A BILL seeking to bar local government units (LGUs) from interfering with National Government (NG) projects has been filed at the House of Representatives.
The proposed National Government Projects Implementation Act is expected to accelerate the rollout of NG infrastructure, health, education, and other projects.
“There have been instances where local government units have obstructed or delayed the implementation of (NG) projects, causing unnecessary delays and additional costs,” Zamboanga City Rep. Khymer Adan T. Olaso said in the bill’s explanatory note.
House Bill No. 8300 only allows LGU intervention when it is specifically requested by the agency in charge of implementing the project.
If signed into law, interfering LGU officials could be liable for administrative, civil, or criminal penalties. Other details of the bill are expected to be fleshed out in the implementing rules and regulations, to be drafted by the Department of the Interior and Local Government.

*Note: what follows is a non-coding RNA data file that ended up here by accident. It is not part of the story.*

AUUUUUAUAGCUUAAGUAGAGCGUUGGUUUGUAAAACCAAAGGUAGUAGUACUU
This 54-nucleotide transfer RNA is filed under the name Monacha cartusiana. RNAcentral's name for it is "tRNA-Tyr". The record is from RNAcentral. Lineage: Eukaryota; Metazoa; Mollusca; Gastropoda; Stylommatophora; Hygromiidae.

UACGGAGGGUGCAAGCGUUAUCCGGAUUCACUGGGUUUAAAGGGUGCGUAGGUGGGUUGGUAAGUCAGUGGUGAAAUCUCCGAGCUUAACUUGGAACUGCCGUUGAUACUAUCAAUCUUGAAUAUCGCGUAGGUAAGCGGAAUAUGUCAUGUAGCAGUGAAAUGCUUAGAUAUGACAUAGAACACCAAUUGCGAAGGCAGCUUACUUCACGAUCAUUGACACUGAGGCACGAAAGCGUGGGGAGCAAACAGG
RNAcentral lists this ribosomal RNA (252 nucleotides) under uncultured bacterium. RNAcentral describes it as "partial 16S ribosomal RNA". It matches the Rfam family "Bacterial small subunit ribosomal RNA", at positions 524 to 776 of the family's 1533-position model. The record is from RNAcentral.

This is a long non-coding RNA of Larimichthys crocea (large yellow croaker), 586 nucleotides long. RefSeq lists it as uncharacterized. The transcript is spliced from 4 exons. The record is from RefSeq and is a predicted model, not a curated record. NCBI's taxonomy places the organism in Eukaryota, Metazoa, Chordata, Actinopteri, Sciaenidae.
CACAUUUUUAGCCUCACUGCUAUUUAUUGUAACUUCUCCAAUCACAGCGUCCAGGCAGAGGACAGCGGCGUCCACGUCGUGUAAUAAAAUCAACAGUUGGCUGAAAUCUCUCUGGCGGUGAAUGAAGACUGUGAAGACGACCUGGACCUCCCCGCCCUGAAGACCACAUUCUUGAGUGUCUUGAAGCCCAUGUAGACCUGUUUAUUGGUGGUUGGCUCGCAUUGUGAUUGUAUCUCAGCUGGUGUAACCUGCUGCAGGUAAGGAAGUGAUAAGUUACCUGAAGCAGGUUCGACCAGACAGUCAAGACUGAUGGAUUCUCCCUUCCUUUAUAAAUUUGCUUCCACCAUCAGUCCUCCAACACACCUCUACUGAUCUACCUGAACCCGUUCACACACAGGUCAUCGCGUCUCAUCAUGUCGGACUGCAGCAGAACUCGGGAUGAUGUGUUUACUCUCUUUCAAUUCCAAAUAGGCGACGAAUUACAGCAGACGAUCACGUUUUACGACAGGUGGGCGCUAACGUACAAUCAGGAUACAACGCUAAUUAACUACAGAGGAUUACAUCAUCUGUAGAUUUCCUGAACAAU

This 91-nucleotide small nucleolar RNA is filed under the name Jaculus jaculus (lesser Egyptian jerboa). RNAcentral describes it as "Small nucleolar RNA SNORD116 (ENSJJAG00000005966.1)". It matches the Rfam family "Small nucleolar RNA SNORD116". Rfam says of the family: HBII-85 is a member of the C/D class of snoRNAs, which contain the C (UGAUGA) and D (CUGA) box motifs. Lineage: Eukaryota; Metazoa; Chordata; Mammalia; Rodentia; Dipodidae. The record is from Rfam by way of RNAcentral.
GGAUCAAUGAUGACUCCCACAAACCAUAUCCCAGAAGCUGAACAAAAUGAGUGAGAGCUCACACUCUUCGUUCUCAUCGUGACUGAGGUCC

The bill may need to be harmonized with Section 2(c) of Republic Act No. 7160 or the Local Government Code, which requires “all national agencies and offices to conduct periodic consultations with appropriate local government units, nongovernmental and people’s organizations, and other concerned sectors of the community before any project or program is implemented in their respective jurisdictions.”
Section 25(b) of the Code also states that “national agencies and offices with project implementation functions shall coordinate with one another and with the local government units concerned in the discharge of these functions.”
The Code also provides for the participation of LGUs both in the planning and implementation of NG projects.
Mr. Olaso said the measure is expected to “ensure that National Government agencies and offices can carry out their mandates without unnecessary interference.”
The Senate is currently discussing a separate bill seeking to institutionalize the automatic income classification of LGUs to help determine their capacity to implement projects and identify gaps that the NG can assist on. The House passed its counterpart measure in March. — Beatriz Marie D. Cruz